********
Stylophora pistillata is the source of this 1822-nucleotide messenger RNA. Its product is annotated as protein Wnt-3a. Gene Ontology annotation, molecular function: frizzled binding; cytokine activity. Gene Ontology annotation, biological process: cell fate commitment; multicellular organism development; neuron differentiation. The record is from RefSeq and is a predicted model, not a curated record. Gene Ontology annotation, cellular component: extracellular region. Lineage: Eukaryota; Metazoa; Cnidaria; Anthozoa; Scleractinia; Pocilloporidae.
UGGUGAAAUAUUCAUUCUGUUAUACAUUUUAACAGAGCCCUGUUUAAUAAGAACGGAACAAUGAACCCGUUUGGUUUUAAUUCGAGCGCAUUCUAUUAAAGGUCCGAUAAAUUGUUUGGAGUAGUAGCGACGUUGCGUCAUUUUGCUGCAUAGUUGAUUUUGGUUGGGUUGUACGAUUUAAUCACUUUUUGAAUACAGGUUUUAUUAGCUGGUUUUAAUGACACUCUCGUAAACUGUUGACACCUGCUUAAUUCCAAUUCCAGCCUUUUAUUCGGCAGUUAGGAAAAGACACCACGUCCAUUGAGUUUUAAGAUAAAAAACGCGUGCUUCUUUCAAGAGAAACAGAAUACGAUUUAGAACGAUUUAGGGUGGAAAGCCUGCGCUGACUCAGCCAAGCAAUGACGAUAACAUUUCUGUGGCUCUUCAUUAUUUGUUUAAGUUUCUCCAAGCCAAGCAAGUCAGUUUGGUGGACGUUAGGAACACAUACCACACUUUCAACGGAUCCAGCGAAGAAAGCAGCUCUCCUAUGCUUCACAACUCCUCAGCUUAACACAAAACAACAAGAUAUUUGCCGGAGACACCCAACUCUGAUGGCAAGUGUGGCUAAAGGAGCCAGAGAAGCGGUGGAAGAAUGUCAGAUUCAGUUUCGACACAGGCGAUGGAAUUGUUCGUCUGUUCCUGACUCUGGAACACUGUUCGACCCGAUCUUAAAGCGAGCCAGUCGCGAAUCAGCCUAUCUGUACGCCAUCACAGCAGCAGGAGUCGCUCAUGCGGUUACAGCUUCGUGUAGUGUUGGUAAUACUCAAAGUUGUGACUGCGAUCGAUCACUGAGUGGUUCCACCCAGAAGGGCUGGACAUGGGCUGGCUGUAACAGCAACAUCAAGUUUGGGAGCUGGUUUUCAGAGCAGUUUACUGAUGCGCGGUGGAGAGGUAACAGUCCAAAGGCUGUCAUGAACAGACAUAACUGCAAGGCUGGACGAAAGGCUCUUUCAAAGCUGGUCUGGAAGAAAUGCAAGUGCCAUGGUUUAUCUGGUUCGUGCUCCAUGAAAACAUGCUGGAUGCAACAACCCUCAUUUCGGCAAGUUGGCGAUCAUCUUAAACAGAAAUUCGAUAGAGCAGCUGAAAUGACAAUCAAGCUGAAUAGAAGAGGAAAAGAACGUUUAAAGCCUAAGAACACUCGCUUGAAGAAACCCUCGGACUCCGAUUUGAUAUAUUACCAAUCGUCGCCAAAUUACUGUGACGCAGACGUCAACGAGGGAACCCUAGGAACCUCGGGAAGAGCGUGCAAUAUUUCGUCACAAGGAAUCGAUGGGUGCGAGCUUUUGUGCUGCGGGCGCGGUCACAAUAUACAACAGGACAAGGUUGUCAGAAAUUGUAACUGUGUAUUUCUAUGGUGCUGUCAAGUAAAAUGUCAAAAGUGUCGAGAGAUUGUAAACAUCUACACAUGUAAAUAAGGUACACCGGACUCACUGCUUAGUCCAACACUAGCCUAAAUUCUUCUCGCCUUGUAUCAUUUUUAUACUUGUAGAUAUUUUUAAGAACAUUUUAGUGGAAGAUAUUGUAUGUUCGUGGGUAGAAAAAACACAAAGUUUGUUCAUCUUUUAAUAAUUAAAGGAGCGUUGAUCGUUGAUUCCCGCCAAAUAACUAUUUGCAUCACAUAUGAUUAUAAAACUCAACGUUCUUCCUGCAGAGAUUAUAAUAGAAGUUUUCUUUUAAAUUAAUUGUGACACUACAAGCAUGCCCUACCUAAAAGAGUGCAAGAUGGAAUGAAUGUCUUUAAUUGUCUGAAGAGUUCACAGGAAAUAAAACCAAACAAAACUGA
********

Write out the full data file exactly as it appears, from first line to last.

Stylophora pistillata is the source of this 1822-nucleotide messenger RNA. Its product is annotated as protein Wnt-3a. Gene Ontology annotation, molecular function: frizzled binding; cytokine activity. Gene Ontology annotation, biological process: cell fate commitment; multicellular organism development; neuron differentiation. The record is from RefSeq and is a predicted model, not a curated record. Gene Ontology annotation, cellular component: extracellular region. Lineage: Eukaryota; Metazoa; Cnidaria; Anthozoa; Scleractinia; Pocilloporidae.
UGGUGAAAUAUUCAUUCUGUUAUACAUUUUAACAGAGCCCUGUUUAAUAAGAACGGAACAAUGAACCCGUUUGGUUUUAAUUCGAGCGCAUUCUAUUAAAGGUCCGAUAAAUUGUUUGGAGUAGUAGCGACGUUGCGUCAUUUUGCUGCAUAGUUGAUUUUGGUUGGGUUGUACGAUUUAAUCACUUUUUGAAUACAGGUUUUAUUAGCUGGUUUUAAUGACACUCUCGUAAACUGUUGACACCUGCUUAAUUCCAAUUCCAGCCUUUUAUUCGGCAGUUAGGAAAAGACACCACGUCCAUUGAGUUUUAAGAUAAAAAACGCGUGCUUCUUUCAAGAGAAACAGAAUACGAUUUAGAACGAUUUAGGGUGGAAAGCCUGCGCUGACUCAGCCAAGCAAUGACGAUAACAUUUCUGUGGCUCUUCAUUAUUUGUUUAAGUUUCUCCAAGCCAAGCAAGUCAGUUUGGUGGACGUUAGGAACACAUACCACACUUUCAACGGAUCCAGCGAAGAAAGCAGCUCUCCUAUGCUUCACAACUCCUCAGCUUAACACAAAACAACAAGAUAUUUGCCGGAGACACCCAACUCUGAUGGCAAGUGUGGCUAAAGGAGCCAGAGAAGCGGUGGAAGAAUGUCAGAUUCAGUUUCGACACAGGCGAUGGAAUUGUUCGUCUGUUCCUGACUCUGGAACACUGUUCGACCCGAUCUUAAAGCGAGCCAGUCGCGAAUCAGCCUAUCUGUACGCCAUCACAGCAGCAGGAGUCGCUCAUGCGGUUACAGCUUCGUGUAGUGUUGGUAAUACUCAAAGUUGUGACUGCGAUCGAUCACUGAGUGGUUCCACCCAGAAGGGCUGGACAUGGGCUGGCUGUAACAGCAACAUCAAGUUUGGGAGCUGGUUUUCAGAGCAGUUUACUGAUGCGCGGUGGAGAGGUAACAGUCCAAAGGCUGUCAUGAACAGACAUAACUGCAAGGCUGGACGAAAGGCUCUUUCAAAGCUGGUCUGGAAGAAAUGCAAGUGCCAUGGUUUAUCUGGUUCGUGCUCCAUGAAAACAUGCUGGAUGCAACAACCCUCAUUUCGGCAAGUUGGCGAUCAUCUUAAACAGAAAUUCGAUAGAGCAGCUGAAAUGACAAUCAAGCUGAAUAGAAGAGGAAAAGAACGUUUAAAGCCUAAGAACACUCGCUUGAAGAAACCCUCGGACUCCGAUUUGAUAUAUUACCAAUCGUCGCCAAAUUACUGUGACGCAGACGUCAACGAGGGAACCCUAGGAACCUCGGGAAGAGCGUGCAAUAUUUCGUCACAAGGAAUCGAUGGGUGCGAGCUUUUGUGCUGCGGGCGCGGUCACAAUAUACAACAGGACAAGGUUGUCAGAAAUUGUAACUGUGUAUUUCUAUGGUGCUGUCAAGUAAAAUGUCAAAAGUGUCGAGAGAUUGUAAACAUCUACACAUGUAAAUAAGGUACACCGGACUCACUGCUUAGUCCAACACUAGCCUAAAUUCUUCUCGCCUUGUAUCAUUUUUAUACUUGUAGAUAUUUUUAAGAACAUUUUAGUGGAAGAUAUUGUAUGUUCGUGGGUAGAAAAAACACAAAGUUUGUUCAUCUUUUAAUAAUUAAAGGAGCGUUGAUCGUUGAUUCCCGCCAAAUAACUAUUUGCAUCACAUAUGAUUAUAAAACUCAACGUUCUUCCUGCAGAGAUUAUAAUAGAAGUUUUCUUUUAAAUUAAUUGUGACACUACAAGCAUGCCCUACCUAAAAGAGUGCAAGAUGGAAUGAAUGUCUUUAAUUGUCUGAAGAGUUCACAGGAAAUAAAACCAAACAAAACUGA